I teach many siblings at my studio and in my online programs, and I love that so many families are making musical education a priority in their household. (Plus, a little sibling rivalry can be motivating, right?)
Having a sibling in piano can be a wonderful thing. You have a duet partner, someone to ask questions to if you’re struggling, or perhaps even someone who motivates you to practice! But, it can also be tricky.
I’ve seen students become discouraged when a particular concept comes more easily to a brother or sister and they feel as though they aren’t learning as quickly. Sometimes, I’ll hear comparisons made to a sibling in a negative way.
“Ryan made it through Level 1 faster than I did when I was his age.”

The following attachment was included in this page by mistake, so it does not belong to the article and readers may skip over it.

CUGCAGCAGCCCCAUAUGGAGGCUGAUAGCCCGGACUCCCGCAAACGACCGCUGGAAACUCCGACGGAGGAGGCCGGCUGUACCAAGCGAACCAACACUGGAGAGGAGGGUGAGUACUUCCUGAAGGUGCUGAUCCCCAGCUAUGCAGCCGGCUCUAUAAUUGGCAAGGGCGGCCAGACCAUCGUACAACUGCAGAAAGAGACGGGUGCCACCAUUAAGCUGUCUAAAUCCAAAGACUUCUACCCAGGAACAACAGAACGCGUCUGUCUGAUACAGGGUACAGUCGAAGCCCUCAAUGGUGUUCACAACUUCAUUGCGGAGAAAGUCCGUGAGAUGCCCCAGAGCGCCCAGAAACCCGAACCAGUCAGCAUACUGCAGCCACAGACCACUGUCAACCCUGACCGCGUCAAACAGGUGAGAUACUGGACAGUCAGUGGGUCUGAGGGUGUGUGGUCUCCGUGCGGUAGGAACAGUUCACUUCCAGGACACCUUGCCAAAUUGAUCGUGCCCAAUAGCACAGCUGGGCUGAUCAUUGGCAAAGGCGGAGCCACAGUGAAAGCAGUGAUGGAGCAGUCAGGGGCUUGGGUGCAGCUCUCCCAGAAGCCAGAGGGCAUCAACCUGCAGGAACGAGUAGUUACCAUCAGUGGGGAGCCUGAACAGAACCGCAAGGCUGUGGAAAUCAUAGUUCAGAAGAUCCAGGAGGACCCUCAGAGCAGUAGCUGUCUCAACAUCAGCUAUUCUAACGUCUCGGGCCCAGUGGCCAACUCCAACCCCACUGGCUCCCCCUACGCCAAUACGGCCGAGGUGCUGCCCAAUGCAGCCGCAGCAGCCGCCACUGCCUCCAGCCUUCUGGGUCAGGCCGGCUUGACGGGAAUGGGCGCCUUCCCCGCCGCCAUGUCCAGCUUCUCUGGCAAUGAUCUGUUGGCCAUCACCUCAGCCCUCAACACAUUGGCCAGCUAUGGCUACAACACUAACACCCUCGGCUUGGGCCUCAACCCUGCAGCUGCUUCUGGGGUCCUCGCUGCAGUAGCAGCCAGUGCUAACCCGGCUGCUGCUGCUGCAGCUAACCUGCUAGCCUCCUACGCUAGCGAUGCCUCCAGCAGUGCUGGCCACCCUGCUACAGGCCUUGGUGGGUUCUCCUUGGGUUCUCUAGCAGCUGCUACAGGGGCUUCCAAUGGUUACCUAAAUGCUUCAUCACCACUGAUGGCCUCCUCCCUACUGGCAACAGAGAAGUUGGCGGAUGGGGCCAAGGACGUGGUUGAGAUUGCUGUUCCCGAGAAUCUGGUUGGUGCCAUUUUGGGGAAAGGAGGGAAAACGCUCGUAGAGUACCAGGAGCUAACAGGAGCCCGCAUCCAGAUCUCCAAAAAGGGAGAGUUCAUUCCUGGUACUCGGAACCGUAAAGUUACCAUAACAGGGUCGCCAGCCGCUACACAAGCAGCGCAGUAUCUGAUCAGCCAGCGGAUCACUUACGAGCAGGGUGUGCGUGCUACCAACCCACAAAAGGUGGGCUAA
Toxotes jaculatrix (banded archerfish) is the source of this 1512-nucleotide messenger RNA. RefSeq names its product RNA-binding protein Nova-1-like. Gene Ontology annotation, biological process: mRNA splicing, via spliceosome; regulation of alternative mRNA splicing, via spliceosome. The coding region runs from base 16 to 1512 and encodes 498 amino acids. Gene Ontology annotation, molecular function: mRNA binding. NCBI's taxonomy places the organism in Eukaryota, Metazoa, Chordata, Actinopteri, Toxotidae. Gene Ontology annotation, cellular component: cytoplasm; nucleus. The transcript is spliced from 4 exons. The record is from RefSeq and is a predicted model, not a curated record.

“When Brynn played this piece it sounds so much better than when I play it.”
It breaks my heart when I hear these discouraged laments!
How can you as a parent help?
Always speak positively about each of your students.
NEVER compare skill or performance ability in a way that would encourage negative sibling rivalry.
Talk about progress as it pertains to each child’s unique abilities.
“You have really increased the tempo on that piece!” or “I noticed how much more expressively you’ve been playing lately!”
Praise diligent, consistent practice habits.
This should be emphasized over how quickly a child is progressing through lesson materials.
If children become consumed with comparing their piano abilities to a sibling — and ultimately, to any other musician! — they might begin to feel discouraged and give up, or not gain enjoyment out of learning to play the piano. Helping your child find joy in his own progress and successes will help him to learn that he doesn’t have to be THE BEST at something in order to gain enjoyment and fulfillment out it.